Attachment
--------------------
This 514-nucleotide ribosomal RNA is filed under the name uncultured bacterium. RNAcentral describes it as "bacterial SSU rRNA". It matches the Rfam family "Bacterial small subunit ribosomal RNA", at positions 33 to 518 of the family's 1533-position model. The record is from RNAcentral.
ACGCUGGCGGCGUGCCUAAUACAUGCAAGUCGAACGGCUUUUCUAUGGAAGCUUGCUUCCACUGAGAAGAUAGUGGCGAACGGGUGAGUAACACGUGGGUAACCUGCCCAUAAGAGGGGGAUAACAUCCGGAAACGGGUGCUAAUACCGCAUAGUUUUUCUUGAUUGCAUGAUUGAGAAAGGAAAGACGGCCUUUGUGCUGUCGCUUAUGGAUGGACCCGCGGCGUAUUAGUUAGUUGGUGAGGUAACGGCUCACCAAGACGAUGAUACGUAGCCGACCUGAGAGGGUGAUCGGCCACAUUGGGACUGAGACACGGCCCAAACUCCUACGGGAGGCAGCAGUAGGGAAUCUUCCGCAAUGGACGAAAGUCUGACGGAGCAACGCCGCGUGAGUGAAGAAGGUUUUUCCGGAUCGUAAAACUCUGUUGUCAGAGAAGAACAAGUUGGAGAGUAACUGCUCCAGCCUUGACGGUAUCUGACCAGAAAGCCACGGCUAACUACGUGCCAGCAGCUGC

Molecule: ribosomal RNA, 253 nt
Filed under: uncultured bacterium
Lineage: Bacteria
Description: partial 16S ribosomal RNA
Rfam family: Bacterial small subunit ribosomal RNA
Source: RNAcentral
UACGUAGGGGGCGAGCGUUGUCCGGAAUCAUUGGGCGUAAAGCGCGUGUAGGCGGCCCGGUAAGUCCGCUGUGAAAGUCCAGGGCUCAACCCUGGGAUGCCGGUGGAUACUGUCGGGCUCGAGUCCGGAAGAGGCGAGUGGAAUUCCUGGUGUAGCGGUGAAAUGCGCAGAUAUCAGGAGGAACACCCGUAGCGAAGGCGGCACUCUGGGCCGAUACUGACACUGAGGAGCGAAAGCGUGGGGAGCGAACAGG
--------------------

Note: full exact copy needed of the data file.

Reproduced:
This 514-nucleotide ribosomal RNA is filed under the name uncultured bacterium. RNAcentral describes it as "bacterial SSU rRNA". It matches the Rfam family "Bacterial small subunit ribosomal RNA", at positions 33 to 518 of the family's 1533-position model. The record is from RNAcentral.
ACGCUGGCGGCGUGCCUAAUACAUGCAAGUCGAACGGCUUUUCUAUGGAAGCUUGCUUCCACUGAGAAGAUAGUGGCGAACGGGUGAGUAACACGUGGGUAACCUGCCCAUAAGAGGGGGAUAACAUCCGGAAACGGGUGCUAAUACCGCAUAGUUUUUCUUGAUUGCAUGAUUGAGAAAGGAAAGACGGCCUUUGUGCUGUCGCUUAUGGAUGGACCCGCGGCGUAUUAGUUAGUUGGUGAGGUAACGGCUCACCAAGACGAUGAUACGUAGCCGACCUGAGAGGGUGAUCGGCCACAUUGGGACUGAGACACGGCCCAAACUCCUACGGGAGGCAGCAGUAGGGAAUCUUCCGCAAUGGACGAAAGUCUGACGGAGCAACGCCGCGUGAGUGAAGAAGGUUUUUCCGGAUCGUAAAACUCUGUUGUCAGAGAAGAACAAGUUGGAGAGUAACUGCUCCAGCCUUGACGGUAUCUGACCAGAAAGCCACGGCUAACUACGUGCCAGCAGCUGC

Molecule: ribosomal RNA, 253 nt
Filed under: uncultured bacterium
Lineage: Bacteria
Description: partial 16S ribosomal RNA
Rfam family: Bacterial small subunit ribosomal RNA
Source: RNAcentral
UACGUAGGGGGCGAGCGUUGUCCGGAAUCAUUGGGCGUAAAGCGCGUGUAGGCGGCCCGGUAAGUCCGCUGUGAAAGUCCAGGGCUCAACCCUGGGAUGCCGGUGGAUACUGUCGGGCUCGAGUCCGGAAGAGGCGAGUGGAAUUCCUGGUGUAGCGGUGAAAUGCGCAGAUAUCAGGAGGAACACCCGUAGCGAAGGCGGCACUCUGGGCCGAUACUGACACUGAGGAGCGAAAGCGUGGGGAGCGAACAGG